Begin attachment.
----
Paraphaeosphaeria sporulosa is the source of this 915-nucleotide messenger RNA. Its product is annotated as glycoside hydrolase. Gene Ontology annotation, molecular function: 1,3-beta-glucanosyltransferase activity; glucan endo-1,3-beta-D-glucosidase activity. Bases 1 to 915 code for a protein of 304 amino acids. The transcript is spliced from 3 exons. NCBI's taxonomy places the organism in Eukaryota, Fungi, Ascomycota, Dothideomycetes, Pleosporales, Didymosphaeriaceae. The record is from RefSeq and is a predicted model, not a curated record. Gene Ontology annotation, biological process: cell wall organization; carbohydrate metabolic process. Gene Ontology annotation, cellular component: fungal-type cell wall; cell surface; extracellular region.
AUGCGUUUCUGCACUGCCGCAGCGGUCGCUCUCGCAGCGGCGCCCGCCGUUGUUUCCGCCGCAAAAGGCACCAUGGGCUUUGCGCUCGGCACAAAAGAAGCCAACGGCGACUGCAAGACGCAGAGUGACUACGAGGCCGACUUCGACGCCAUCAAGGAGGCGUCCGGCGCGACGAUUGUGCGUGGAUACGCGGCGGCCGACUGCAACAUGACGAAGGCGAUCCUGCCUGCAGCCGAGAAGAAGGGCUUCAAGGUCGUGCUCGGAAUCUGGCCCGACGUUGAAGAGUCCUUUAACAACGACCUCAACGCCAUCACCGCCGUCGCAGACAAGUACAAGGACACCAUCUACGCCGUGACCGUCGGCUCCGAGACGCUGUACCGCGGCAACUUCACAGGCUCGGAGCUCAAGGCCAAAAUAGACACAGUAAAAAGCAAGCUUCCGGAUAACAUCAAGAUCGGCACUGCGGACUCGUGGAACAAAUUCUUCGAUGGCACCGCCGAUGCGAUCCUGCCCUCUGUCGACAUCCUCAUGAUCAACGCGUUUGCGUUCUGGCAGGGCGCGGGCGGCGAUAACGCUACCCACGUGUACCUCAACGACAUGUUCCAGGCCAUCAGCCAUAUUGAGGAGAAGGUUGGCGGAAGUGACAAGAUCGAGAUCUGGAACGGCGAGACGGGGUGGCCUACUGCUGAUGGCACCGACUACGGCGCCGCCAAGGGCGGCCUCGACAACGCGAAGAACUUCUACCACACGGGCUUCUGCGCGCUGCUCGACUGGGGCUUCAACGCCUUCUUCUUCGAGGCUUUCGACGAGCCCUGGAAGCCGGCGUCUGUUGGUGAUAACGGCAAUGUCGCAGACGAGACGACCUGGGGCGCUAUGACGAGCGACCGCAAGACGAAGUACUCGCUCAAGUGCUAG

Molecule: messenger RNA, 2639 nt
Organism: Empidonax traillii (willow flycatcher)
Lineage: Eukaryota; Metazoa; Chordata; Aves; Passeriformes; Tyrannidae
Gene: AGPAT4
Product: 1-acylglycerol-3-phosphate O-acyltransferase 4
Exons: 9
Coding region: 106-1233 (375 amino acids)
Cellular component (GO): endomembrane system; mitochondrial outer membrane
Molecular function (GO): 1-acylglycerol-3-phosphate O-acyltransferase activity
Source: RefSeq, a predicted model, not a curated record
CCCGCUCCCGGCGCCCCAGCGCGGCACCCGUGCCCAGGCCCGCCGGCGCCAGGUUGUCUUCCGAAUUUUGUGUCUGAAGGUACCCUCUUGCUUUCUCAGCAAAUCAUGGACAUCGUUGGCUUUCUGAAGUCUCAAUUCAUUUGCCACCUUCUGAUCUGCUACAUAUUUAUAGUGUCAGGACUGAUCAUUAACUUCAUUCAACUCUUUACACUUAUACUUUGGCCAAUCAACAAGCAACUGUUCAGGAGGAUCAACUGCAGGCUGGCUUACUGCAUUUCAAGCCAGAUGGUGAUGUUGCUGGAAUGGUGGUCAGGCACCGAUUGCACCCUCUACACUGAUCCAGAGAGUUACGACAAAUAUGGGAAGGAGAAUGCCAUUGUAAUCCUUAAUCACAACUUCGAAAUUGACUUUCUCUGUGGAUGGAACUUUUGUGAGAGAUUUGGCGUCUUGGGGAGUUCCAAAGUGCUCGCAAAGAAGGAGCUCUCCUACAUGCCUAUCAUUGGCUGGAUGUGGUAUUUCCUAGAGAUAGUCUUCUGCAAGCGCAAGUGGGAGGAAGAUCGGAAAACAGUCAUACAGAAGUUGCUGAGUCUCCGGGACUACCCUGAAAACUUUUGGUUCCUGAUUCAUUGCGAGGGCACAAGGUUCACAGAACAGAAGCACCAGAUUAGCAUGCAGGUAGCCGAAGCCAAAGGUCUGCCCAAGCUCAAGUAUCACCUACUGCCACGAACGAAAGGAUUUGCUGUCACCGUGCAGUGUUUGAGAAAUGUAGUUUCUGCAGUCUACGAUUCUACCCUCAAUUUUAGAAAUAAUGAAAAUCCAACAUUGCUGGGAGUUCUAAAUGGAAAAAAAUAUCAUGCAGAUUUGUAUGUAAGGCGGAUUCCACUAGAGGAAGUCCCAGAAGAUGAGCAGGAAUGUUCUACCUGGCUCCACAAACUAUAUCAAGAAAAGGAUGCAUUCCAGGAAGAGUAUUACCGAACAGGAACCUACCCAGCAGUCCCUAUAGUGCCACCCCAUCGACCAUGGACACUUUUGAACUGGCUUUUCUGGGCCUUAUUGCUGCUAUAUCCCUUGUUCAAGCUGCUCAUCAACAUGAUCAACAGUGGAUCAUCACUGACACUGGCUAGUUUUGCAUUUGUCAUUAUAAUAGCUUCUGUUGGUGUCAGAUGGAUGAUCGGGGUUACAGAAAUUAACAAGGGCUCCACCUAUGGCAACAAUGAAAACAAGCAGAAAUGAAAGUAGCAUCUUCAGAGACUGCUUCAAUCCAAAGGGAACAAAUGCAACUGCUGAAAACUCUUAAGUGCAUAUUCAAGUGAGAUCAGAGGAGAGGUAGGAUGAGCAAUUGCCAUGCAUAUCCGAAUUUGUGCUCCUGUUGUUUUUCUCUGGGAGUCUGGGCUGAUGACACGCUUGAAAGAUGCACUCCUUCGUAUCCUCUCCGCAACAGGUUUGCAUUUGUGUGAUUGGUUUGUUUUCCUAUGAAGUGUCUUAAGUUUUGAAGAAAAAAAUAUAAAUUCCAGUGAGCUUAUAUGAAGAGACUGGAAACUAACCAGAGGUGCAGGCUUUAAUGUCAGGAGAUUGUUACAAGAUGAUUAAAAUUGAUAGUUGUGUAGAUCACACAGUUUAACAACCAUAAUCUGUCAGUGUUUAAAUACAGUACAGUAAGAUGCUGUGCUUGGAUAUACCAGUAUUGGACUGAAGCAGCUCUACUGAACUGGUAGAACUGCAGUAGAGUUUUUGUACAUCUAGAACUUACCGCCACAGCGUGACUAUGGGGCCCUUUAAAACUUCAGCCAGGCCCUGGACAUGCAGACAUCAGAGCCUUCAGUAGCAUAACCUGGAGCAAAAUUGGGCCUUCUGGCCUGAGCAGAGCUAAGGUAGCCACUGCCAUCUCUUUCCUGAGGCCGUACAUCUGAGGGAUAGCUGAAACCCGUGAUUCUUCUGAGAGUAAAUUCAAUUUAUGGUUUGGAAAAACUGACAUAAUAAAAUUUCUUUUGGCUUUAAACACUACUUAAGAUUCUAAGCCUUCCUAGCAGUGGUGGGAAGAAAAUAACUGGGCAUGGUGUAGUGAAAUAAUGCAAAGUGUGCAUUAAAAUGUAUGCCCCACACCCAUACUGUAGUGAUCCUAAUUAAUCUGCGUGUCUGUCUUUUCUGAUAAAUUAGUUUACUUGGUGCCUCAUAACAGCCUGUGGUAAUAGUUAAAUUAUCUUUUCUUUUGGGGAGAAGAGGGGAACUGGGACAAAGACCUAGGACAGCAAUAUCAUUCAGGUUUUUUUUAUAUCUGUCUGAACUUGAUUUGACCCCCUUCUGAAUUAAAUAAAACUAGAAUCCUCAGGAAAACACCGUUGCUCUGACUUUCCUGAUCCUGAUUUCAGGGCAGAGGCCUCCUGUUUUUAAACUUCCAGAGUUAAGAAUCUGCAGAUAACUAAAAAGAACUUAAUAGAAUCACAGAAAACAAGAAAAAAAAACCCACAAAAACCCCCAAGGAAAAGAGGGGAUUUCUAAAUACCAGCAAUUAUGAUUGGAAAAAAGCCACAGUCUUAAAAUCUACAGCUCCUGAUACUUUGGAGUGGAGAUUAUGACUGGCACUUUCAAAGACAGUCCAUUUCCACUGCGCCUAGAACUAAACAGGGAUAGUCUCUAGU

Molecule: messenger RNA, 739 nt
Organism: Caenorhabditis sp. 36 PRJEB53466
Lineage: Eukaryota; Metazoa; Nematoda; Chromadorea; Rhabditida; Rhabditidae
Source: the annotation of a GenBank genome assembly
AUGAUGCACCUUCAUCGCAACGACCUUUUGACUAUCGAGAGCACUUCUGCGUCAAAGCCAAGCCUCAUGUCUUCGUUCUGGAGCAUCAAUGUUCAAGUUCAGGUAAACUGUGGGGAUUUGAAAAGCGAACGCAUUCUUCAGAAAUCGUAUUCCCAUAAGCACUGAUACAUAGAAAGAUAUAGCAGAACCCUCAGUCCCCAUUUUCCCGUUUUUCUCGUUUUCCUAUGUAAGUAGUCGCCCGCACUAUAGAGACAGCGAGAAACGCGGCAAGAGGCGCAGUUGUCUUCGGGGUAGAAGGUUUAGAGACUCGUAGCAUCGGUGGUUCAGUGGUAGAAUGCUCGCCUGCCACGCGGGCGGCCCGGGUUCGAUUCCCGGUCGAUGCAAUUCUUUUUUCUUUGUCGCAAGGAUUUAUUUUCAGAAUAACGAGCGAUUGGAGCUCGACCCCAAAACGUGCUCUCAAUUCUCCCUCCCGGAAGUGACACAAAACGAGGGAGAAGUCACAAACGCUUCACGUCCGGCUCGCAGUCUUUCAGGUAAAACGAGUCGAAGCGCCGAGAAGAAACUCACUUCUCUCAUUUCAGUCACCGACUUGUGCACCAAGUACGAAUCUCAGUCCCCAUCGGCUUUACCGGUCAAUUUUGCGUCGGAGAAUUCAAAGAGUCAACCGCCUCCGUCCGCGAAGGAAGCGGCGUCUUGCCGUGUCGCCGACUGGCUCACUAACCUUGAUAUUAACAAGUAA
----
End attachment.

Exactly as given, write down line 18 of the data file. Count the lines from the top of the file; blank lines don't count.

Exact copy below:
AUGAUGCACCUUCAUCGCAACGACCUUUUGACUAUCGAGAGCACUUCUGCGUCAAAGCCAAGCCUCAUGUCUUCGUUCUGGAGCAUCAAUGUUCAAGUUCAGGUAAACUGUGGGGAUUUGAAAAGCGAACGCAUUCUUCAGAAAUCGUAUUCCCAUAAGCACUGAUACAUAGAAAGAUAUAGCAGAACCCUCAGUCCCCAUUUUCCCGUUUUUCUCGUUUUCCUAUGUAAGUAGUCGCCCGCACUAUAGAGACAGCGAGAAACGCGGCAAGAGGCGCAGUUGUCUUCGGGGUAGAAGGUUUAGAGACUCGUAGCAUCGGUGGUUCAGUGGUAGAAUGCUCGCCUGCCACGCGGGCGGCCCGGGUUCGAUUCCCGGUCGAUGCAAUUCUUUUUUCUUUGUCGCAAGGAUUUAUUUUCAGAAUAACGAGCGAUUGGAGCUCGACCCCAAAACGUGCUCUCAAUUCUCCCUCCCGGAAGUGACACAAAACGAGGGAGAAGUCACAAACGCUUCACGUCCGGCUCGCAGUCUUUCAGGUAAAACGAGUCGAAGCGCCGAGAAGAAACUCACUUCUCUCAUUUCAGUCACCGACUUGUGCACCAAGUACGAAUCUCAGUCCCCAUCGGCUUUACCGGUCAAUUUUGCGUCGGAGAAUUCAAAGAGUCAACCGCCUCCGUCCGCGAAGGAAGCGGCGUCUUGCCGUGUCGCCGACUGGCUCACUAACCUUGAUAUUAACAAGUAA